They can be handy, a lifesaver, and a downright must-have around the shop, home, or office, but with electric screwdrivers/drill drivers popping up around every corner, how do you know which one is best? Step one would be to read this shootout story, and step two would simply be listening to our results—our data doesn't lie.
To keep the playing field level, we started with simple qualifications: First off, each electric screwdriver had to be Lithium-ion powered, each had to be readily available across the country, and they had to cost less than $50. Why $50? It's a realistic cost for something that could just as easily be used around the house and garage, without the high costs associated with the drill-specific tools out there at home improvement stores. Every screwdriver was put through the same bevy of tests, including: typical wood screws driven into two types of wood (forward and reverse), a Unibit drilled into 16-gauge sheetmetal, 5 lb-ft reverse torque test, driving a lag bolt into wood to test motor heat sync, and as always, ergonomics, features, and value. Up until the final points were tallied, we didn't have a standout winner, but we're sure the results will surprise you.
1. Skil 7.2V Lithium Compact Two-Speed Drill/Driver
Proving to be well rounded, well engineered, and powerful, the Skil 7.2V Lithium won our tightly contested shootout. Finishing in the top two positions in every test we administered, there isn't anything this compact drill/driver couldn't do. Thanks to its two-speed gearbox and 7+1 clutch settings, it easily powered through our wood screw test, busted the 17mm bolt torqued to 5 lb-ft free with one pull of the trigger, and screwed the lag bolt the furthest in the torture test. Whereas it was the second most expensive tester in the shootout, it did include a carrying case and Phillips/standard bit, and it felt best in the staff's hands. Trick items like the "Battery Fuel Gauge" light and driver direction indicators helped the Skil earn top marks. Available at Wal-Mart, the Skil offers features of more expensive drills, while still retaining its compact size.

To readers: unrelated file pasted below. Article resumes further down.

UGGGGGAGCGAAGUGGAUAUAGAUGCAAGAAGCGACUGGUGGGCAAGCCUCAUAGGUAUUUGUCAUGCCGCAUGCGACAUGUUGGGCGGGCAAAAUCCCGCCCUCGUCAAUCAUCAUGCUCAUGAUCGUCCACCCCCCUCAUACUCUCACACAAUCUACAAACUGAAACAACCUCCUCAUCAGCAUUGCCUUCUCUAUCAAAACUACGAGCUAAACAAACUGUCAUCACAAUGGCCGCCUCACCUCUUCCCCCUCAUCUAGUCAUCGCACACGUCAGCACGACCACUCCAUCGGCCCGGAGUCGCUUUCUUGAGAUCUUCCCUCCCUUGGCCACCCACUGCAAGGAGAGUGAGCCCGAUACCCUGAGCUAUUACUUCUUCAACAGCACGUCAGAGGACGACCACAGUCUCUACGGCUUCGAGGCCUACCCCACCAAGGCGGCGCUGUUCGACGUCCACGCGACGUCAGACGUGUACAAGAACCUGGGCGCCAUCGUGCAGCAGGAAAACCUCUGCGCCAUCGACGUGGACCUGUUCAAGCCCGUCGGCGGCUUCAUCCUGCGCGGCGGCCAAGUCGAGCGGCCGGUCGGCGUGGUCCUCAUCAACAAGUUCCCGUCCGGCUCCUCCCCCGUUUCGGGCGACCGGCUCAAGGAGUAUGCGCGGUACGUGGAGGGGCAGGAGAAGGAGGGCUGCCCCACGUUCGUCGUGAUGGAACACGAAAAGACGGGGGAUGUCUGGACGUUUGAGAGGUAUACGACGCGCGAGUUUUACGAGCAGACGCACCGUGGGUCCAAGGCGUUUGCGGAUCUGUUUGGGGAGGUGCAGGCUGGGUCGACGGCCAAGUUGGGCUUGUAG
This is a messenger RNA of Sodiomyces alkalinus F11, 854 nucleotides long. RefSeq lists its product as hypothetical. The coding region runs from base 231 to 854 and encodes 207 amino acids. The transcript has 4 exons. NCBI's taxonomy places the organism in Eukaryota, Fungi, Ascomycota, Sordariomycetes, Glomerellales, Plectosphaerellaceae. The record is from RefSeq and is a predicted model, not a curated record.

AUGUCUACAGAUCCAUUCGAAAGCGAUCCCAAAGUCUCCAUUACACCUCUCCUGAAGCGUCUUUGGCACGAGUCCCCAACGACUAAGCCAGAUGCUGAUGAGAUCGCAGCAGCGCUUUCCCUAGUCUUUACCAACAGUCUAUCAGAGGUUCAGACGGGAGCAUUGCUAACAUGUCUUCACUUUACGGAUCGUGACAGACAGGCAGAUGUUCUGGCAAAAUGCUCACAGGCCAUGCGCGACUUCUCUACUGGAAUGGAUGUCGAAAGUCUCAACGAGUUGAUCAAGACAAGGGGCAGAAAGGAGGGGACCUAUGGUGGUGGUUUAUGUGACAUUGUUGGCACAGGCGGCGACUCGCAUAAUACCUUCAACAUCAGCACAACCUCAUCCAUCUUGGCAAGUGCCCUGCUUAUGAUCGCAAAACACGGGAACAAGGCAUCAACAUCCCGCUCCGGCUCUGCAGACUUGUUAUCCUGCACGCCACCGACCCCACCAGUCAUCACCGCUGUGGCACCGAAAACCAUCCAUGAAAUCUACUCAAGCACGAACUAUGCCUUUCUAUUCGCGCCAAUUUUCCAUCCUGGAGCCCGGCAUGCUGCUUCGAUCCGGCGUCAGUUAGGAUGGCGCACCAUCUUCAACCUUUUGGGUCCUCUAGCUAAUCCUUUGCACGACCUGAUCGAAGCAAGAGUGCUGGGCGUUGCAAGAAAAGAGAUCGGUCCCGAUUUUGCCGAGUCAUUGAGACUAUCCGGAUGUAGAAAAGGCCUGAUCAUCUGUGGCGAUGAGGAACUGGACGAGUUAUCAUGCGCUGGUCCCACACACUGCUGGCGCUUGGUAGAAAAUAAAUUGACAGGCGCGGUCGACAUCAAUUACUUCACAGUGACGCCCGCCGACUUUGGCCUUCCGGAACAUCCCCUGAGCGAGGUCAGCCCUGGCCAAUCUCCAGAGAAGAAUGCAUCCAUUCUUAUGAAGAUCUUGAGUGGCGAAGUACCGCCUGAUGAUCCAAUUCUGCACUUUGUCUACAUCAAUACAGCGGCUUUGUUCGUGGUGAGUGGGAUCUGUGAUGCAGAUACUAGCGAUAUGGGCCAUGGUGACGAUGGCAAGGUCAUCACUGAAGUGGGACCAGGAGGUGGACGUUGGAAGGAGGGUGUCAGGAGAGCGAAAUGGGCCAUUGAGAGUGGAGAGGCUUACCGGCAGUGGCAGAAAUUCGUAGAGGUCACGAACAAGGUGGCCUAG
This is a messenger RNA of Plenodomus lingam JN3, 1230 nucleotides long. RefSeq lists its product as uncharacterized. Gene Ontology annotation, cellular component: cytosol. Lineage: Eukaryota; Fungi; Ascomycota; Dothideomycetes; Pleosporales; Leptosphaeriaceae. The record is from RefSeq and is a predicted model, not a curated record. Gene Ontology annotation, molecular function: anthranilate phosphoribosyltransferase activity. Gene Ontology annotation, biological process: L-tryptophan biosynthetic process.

2. Black and Decker 7.2V Lithium Drill/Driver
As the value leader, this drill/driver packs quite a punch. Wood screws, light torque situations, and drilling through metal proved no problem for the Black and Decker. It was also the only drill/driver that could stand up on its own, mimicking its larger-voltage big brothers, and making it easy to set down. The grip has a small rubber patch on the backside, but could have used more cushioning on the front side, and the single bit storage at the back on the handle base often scratched users when testing. Unlike others in the test, the motor was single speed, though the keyless chuck did feature 11 positions. Purchased at Lowe's, it's a solid drill/driver for the price, but it wasn't quite enough to overtake the Skil.
3. Chicago Electric Cordless 12V 3/8-inch Drill/Driver